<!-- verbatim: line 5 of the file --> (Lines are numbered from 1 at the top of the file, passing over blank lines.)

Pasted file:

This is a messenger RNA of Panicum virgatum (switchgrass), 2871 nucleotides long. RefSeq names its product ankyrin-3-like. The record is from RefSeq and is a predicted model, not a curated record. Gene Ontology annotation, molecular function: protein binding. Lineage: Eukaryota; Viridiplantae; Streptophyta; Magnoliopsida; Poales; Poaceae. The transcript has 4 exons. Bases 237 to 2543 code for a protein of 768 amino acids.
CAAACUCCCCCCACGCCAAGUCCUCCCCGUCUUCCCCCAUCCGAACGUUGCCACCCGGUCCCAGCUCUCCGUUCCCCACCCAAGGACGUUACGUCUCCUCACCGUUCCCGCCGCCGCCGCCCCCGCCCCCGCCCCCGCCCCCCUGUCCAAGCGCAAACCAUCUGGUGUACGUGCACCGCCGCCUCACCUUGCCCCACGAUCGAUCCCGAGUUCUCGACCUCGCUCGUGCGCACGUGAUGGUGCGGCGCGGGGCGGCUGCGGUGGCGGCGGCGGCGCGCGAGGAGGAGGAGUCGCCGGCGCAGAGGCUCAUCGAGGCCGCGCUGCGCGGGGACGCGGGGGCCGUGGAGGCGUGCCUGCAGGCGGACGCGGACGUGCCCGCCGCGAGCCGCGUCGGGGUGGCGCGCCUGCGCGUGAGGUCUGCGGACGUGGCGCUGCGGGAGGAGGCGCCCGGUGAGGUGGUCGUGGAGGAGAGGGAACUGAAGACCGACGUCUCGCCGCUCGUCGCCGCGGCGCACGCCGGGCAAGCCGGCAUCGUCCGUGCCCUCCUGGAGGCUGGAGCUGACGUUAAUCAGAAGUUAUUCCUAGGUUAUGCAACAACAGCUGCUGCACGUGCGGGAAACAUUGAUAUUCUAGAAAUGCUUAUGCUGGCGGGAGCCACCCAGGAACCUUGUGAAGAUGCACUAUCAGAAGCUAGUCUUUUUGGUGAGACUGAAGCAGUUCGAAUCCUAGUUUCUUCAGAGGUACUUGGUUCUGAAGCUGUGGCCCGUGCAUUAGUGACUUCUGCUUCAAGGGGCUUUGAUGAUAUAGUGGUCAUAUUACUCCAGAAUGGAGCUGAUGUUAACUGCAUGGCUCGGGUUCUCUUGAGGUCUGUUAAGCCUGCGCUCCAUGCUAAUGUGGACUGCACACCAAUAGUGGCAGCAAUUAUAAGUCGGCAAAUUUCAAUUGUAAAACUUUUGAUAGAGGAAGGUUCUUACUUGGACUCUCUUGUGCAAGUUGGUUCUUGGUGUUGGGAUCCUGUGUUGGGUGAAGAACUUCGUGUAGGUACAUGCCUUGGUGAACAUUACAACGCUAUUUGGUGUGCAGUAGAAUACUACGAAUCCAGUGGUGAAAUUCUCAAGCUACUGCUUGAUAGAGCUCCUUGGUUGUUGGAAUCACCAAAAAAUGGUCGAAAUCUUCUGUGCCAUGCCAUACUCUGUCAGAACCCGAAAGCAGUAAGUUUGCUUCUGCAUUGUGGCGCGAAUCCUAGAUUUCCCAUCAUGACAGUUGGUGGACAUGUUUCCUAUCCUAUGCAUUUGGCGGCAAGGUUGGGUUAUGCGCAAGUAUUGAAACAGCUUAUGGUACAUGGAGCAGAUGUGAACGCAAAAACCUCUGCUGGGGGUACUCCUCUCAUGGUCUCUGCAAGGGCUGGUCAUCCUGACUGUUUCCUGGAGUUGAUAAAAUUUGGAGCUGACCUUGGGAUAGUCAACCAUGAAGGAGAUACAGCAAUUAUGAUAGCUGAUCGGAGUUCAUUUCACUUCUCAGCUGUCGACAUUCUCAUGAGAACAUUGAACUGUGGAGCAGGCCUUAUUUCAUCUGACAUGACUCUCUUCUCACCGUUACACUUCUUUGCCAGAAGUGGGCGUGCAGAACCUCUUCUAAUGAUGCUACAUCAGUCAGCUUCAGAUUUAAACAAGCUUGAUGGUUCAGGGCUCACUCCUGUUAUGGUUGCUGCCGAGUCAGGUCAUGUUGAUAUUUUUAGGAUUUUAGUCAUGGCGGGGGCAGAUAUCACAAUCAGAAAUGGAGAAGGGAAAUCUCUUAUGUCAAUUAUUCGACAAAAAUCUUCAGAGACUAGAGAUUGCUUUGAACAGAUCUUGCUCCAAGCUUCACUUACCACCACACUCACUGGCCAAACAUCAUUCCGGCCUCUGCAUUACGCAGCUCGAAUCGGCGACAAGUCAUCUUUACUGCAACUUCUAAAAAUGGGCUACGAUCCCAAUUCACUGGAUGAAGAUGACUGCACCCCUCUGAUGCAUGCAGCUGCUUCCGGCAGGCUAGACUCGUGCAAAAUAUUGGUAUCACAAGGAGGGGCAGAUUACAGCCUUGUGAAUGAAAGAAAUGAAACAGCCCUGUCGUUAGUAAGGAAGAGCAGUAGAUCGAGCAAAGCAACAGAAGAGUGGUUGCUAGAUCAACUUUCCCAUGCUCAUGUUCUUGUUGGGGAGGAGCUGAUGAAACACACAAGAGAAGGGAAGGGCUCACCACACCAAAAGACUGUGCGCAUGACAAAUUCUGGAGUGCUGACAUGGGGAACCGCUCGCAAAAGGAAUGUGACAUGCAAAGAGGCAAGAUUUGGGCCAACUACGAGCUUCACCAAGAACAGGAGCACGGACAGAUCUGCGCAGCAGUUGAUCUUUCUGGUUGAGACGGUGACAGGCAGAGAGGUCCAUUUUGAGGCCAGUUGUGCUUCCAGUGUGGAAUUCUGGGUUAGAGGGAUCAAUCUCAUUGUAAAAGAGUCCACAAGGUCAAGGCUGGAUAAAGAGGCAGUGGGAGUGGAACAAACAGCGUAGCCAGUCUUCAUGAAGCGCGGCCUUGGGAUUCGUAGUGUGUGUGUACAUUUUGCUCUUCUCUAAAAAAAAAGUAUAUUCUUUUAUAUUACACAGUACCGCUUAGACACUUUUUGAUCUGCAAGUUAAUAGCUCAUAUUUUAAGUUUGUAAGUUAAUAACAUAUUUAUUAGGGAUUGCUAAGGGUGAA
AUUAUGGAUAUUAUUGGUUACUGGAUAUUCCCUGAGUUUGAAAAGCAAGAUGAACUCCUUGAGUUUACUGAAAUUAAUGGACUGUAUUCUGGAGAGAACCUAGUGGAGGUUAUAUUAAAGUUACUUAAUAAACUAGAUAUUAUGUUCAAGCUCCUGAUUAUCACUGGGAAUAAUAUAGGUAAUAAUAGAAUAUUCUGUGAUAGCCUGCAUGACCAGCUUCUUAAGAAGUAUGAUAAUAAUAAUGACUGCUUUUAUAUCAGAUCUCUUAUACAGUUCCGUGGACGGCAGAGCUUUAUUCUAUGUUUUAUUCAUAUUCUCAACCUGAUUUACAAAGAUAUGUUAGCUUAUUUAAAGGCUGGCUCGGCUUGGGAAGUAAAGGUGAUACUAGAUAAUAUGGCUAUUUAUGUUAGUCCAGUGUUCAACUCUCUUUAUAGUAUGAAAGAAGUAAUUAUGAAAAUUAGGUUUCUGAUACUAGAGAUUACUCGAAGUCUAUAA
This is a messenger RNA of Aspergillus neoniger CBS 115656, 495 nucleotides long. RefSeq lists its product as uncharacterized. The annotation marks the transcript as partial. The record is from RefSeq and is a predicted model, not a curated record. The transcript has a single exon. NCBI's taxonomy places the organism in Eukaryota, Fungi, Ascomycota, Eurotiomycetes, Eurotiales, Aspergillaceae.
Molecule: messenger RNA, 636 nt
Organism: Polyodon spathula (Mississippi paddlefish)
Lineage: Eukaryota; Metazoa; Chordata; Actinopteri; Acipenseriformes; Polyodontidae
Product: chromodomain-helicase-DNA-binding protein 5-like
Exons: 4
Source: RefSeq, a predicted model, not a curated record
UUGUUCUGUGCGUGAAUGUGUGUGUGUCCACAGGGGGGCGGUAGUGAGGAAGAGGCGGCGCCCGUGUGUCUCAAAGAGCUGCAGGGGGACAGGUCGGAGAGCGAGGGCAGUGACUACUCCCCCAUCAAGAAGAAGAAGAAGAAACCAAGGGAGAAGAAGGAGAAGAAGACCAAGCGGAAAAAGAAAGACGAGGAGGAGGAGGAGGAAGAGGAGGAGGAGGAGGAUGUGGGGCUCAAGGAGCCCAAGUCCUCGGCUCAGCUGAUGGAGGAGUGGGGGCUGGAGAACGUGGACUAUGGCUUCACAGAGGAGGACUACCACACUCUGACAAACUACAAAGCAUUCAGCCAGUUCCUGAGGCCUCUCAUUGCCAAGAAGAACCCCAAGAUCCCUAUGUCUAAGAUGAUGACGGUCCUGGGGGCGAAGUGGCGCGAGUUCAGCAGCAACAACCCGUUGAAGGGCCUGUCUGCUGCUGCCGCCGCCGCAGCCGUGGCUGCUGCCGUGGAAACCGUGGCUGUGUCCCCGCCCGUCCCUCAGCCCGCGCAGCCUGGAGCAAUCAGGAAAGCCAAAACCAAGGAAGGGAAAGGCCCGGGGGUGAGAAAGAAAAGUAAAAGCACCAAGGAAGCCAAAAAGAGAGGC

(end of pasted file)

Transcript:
Molecule: messenger RNA, 636 nt